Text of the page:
The technological tendency of all systems becoming digital, increasingly photonic, networked, interoperable and "open" means that community media programming will no longer be relegated to just one public access TV channel; that technology "training" cannot be provided solely in desktop computer labs; and that "public access" and "digital divides" have a changing and ongoing significance.

New or renewed broadband cable franchise agreements can create the opportunity to strengthen local public access television (media); can provide institutional fiber infrastructure and internetworked connections for many community sites as well as for wireless distribution nodes; can help to support training programs, along with local content and applications creation; and may help to support the development of convergent "community tele-media centers" such as some of you are already involved in.

The convergence of services and partnering of community media groups allows for sharing the costs of facilities, technologies, and personnel; leveraging strength through representation in the community; and more effectively evolving to continue along a sustainable path.

The natural path that seems to lie ahead for our local tele-media organizations also holds true for our national (and international) representative organizations. It's already happening. CTCNet is being very pro-active in this regard. AFCN also looks forward to strategically establishing and strengthening its working relationships with a number of public media and community development organizations this year, and together providing greater service to our members and to a world in need of smarter, more caring, and creative example-setting. Please tell us stories of "convergence" in your community, on the AFCN or CTCNet lists.

AFCN Logo Design Contest

AFCN is once again considering its visual and graphic identity. Dot-coms pay big money to graphics boutiques for new logos and effective visual presence. The AFCN is not quite in that league. But we are prepared to offer a prize of up to $500 to the winner of our Logo Design Contest.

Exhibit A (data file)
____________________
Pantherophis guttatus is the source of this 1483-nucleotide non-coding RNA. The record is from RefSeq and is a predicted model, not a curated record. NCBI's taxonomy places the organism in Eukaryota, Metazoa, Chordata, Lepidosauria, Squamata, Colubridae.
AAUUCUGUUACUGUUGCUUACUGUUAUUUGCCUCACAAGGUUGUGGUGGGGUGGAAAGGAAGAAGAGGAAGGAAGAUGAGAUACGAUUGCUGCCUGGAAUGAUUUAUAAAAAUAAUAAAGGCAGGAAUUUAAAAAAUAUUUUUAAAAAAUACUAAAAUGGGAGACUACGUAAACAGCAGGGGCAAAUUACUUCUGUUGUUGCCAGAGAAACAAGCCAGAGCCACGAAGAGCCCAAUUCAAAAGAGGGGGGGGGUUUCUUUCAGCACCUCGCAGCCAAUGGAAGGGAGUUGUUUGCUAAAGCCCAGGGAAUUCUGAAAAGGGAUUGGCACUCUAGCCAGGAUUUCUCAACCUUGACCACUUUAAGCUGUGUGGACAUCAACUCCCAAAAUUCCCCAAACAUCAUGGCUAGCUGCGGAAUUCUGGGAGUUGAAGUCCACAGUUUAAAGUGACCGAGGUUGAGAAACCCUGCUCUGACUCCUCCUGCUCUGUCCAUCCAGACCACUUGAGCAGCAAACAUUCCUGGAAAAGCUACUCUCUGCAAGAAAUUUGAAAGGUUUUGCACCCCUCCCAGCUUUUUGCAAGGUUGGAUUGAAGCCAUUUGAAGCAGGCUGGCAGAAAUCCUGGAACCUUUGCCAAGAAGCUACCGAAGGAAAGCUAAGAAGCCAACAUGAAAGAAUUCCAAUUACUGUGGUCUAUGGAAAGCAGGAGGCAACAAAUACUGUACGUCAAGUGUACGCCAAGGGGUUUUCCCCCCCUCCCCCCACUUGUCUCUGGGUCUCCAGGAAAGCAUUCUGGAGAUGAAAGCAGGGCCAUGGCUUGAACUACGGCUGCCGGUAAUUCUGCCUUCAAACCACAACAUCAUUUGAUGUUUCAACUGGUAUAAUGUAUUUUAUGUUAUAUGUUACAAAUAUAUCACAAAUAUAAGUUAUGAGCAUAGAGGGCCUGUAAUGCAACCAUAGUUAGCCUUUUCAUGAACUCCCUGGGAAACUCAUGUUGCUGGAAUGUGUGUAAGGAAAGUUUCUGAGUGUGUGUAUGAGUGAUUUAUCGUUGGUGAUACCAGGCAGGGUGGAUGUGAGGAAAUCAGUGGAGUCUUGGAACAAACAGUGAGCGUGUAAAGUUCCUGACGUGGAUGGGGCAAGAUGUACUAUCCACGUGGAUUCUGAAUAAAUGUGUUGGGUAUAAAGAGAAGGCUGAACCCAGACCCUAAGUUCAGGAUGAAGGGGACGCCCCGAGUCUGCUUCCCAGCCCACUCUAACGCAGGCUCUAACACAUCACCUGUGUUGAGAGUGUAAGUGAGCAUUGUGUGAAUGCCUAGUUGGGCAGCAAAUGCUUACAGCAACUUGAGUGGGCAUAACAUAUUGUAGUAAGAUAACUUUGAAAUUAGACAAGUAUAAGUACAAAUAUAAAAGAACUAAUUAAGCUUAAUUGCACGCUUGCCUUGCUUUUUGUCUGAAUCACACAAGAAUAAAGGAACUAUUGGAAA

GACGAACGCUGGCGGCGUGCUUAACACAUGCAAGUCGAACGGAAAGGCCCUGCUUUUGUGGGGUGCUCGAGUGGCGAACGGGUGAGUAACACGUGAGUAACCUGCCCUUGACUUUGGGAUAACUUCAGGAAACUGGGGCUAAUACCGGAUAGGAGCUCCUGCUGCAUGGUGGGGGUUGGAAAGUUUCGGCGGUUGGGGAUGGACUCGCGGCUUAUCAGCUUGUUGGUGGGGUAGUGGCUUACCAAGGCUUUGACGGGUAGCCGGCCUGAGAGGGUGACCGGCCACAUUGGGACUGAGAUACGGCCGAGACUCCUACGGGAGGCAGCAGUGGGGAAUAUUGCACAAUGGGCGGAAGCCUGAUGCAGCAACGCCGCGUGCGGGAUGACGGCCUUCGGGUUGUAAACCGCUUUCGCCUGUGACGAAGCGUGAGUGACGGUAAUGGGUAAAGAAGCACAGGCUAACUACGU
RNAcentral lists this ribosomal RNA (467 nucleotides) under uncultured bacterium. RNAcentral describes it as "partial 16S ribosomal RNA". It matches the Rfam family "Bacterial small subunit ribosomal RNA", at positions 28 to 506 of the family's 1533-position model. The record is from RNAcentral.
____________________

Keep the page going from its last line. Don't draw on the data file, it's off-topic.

Call for submissions: You graphic designers know the drill: Simple is better. It must be reproducible and scalable, at various sizes (from business card to conference posters), on both paper and the web. It should somehow represent AFCN's values, qualities, and purposes. The design should incorporate AFCN's name or initials. It may be an abstraction, or a symbol, or an iconÉ Creativity always counts.

Deadline for receiving submissions is April 1: Submissions should be sent electronically to AFCN's Board and new Advisory Council will reach a decision and select the winner in May. We plan to unveil the new logo/ graphic design and announce the competition winner at the Seattle CTCNet Conference in June. Should none of the submissions be selected, the competition may be re-announced.

AFCN 2004 Membership Specials

The Board recently (continuously) discussed the changing role of AFCN. It is the Board's belief that the Internet has changed the role of the traditional professional membership organization and that dues should be adjusted accordingly. In the past, professional associations WERE the network. Annual conferences and printed conference proceedings represented important if not critical sources of contacts, best practices, new research, and information. Today the Internet has enabled practitioners and professionals to form their own networks and to access a wealth of information.

The board believes that with the dramatic growth of communities embarking on community networking and technology efforts, AFCN continues to have an essential role in connecting people, best practices, and information. Dues should reflect the reduced cost of providing those services. Subsequently, the board voted unanimously to a new dues structure.

AFCN offered special 2004 membership prices at the Austin national CN conference in December. Now these special reduced memberships are available to all interested in joining and participating in this leading nonprofit community networking organization.

* Individual AFCN membership: $25 For only $25 a year you can join or renew as an active AFCN member. With expanded member information, benefits, and newly developed support programs, this is a bargain designed for current budget realities. Please forward this member offer anywhere appropriate, urging your friends and associates to join AFCN. Today we need each other more than ever.

* Community Network Showcase Membership: $100 Community organizations joining AFCN can receive a "showcase" listing in the AFCN CN Directory, including a Web page on the AFCN site to describe the work and activities of their project. Describe your services and strengths; explain your goals and needs. This is a perfect opportunity for leading CNs to demonstrate real "best practices" while supporting AFCN and the community networking movement.

* Corporate and Professional Membership: $200 Corporate sponsors, vendor members, service providers, and professional consultants are recognized as supporters of community networking and receive a listing in the AFCN Business Directory plus a business page on the AFCN site to briefly describe the products and services they offer. Now supporting the good work of AFCN also makes good business sense.

Be part of the future of community networking. Share in the AFCN. Join.

AFCN Committees